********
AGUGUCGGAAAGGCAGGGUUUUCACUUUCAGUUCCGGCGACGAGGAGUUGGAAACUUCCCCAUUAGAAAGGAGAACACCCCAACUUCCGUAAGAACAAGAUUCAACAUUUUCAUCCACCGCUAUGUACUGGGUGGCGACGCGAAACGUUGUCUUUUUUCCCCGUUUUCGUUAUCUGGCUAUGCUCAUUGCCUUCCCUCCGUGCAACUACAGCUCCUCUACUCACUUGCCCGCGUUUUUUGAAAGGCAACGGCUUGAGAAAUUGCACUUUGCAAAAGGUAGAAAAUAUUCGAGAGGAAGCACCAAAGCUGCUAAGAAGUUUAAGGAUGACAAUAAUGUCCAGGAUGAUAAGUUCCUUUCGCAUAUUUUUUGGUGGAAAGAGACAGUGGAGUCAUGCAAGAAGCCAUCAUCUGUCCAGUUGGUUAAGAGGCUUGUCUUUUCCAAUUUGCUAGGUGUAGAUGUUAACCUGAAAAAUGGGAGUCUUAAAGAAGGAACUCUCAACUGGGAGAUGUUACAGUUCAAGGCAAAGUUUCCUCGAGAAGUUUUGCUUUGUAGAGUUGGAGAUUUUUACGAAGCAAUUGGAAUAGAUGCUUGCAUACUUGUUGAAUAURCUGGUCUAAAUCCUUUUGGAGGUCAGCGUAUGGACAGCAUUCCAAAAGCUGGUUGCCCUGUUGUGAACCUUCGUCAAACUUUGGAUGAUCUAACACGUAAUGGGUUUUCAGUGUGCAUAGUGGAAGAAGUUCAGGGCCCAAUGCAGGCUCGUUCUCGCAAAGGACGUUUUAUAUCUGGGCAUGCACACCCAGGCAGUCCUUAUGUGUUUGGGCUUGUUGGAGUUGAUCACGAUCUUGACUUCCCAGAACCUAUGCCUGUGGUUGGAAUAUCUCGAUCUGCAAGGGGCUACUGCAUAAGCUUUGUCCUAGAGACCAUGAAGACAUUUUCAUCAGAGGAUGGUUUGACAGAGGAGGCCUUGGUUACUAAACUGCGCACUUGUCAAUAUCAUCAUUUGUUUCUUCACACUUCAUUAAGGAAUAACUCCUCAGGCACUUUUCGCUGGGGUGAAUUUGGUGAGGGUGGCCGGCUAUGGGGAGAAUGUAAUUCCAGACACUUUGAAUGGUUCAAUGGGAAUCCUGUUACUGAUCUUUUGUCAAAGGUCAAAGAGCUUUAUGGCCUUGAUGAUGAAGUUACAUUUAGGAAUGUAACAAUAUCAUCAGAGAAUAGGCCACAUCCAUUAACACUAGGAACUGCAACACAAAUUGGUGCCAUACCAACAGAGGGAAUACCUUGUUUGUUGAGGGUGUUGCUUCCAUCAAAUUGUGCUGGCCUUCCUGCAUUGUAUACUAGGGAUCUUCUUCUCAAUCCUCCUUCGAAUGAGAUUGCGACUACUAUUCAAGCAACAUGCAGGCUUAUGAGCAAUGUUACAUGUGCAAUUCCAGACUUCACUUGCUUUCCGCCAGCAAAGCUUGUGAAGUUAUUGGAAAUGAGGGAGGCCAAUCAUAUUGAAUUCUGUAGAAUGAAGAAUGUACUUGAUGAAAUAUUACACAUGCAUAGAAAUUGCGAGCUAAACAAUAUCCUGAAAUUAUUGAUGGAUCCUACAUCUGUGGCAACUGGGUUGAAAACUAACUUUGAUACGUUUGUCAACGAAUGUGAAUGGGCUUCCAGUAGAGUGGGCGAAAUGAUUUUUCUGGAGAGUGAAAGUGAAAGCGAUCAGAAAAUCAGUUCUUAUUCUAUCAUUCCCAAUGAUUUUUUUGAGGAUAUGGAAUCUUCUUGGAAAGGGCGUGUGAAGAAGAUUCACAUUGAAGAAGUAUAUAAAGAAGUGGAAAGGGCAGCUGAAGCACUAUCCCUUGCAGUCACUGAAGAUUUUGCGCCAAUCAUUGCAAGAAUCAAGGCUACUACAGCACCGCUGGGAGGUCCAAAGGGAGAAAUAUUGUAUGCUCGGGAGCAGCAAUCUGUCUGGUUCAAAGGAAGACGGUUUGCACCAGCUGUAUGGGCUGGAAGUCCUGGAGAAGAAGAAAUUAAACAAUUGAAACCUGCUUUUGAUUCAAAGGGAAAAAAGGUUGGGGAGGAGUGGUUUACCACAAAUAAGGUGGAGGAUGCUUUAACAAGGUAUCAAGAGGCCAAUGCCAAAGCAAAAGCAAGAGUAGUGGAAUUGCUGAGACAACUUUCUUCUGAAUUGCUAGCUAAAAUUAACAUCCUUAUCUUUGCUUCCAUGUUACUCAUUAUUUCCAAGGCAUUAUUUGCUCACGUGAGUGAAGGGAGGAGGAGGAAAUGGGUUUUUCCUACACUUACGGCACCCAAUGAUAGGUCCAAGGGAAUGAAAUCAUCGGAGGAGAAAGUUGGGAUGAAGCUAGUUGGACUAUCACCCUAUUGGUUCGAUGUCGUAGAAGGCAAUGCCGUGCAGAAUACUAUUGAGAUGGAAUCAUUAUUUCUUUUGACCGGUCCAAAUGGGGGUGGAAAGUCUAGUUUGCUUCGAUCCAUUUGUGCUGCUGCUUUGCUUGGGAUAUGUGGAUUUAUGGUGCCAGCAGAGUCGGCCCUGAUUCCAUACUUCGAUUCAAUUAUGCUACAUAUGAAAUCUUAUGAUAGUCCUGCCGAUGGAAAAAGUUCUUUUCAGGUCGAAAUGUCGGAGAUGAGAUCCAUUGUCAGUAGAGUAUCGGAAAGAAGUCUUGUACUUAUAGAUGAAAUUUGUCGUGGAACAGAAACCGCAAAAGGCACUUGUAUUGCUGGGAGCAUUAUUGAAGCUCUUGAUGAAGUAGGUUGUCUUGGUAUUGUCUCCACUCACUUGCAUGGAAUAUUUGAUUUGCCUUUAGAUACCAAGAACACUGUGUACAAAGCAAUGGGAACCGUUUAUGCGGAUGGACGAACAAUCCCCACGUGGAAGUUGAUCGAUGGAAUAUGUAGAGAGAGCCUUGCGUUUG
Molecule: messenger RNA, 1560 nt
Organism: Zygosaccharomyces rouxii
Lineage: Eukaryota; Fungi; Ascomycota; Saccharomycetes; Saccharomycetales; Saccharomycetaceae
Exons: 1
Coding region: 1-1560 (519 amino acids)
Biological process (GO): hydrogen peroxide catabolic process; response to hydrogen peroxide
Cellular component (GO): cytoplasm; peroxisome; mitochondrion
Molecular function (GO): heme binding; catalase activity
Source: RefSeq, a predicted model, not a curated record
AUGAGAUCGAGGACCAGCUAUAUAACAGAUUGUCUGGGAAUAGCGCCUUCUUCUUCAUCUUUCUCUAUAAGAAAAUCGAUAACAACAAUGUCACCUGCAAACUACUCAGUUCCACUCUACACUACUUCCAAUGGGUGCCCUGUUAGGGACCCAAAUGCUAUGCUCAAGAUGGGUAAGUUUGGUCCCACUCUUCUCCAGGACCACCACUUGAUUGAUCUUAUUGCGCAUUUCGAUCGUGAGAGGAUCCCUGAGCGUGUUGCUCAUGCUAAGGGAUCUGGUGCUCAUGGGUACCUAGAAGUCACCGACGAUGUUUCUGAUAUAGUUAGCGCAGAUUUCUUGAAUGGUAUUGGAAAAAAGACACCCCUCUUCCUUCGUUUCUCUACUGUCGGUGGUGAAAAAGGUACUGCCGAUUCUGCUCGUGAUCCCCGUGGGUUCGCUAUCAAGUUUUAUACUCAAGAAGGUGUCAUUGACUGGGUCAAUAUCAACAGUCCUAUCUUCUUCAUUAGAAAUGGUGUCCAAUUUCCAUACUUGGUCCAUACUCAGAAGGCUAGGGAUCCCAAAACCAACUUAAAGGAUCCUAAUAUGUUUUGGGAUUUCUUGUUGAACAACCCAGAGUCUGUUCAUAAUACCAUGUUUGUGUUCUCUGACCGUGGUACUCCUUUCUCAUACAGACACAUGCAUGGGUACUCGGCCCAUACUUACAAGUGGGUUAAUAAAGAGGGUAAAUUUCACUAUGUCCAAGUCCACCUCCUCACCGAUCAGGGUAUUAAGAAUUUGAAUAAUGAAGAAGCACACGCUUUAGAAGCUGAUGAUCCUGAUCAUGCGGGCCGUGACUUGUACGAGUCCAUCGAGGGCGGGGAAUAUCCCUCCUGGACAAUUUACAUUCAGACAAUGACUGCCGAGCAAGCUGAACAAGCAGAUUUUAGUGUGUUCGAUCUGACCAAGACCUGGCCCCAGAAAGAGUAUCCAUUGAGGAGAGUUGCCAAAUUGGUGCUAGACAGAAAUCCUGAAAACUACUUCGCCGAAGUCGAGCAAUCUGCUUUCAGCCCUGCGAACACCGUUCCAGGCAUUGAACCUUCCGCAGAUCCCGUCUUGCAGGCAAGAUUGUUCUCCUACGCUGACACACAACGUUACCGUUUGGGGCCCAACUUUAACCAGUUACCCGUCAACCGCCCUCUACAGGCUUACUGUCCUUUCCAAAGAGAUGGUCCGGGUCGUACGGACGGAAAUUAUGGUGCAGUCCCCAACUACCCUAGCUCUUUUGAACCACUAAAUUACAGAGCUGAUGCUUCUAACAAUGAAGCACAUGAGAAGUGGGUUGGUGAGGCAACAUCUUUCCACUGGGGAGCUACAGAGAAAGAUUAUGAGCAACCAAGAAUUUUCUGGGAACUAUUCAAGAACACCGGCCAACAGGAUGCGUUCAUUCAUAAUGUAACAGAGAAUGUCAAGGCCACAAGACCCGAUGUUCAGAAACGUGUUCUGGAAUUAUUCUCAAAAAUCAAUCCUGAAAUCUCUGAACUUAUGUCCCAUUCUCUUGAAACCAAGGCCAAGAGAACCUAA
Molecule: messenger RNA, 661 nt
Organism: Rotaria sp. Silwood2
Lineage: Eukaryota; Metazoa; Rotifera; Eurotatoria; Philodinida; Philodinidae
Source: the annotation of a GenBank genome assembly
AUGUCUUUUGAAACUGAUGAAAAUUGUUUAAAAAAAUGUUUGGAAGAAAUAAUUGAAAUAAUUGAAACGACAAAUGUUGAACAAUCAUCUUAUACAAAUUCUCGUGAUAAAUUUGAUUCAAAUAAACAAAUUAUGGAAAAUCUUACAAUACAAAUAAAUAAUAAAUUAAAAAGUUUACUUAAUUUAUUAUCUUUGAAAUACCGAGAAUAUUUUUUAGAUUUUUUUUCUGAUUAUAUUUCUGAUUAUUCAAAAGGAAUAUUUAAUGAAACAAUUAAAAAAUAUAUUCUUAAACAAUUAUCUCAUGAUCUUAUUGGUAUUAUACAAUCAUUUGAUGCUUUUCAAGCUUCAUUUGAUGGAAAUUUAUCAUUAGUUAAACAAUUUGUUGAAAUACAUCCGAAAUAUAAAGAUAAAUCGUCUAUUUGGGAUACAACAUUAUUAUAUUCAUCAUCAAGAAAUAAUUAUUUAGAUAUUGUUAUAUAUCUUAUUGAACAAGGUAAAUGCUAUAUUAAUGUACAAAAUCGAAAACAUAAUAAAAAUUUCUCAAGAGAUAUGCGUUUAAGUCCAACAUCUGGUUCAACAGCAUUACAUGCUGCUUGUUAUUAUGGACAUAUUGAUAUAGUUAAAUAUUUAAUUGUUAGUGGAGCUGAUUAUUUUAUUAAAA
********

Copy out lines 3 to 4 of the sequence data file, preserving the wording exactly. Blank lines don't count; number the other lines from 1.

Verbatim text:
Organism: Zygosaccharomyces rouxii
Lineage: Eukaryota; Fungi; Ascomycota; Saccharomycetes; Saccharomycetales; Saccharomycetaceae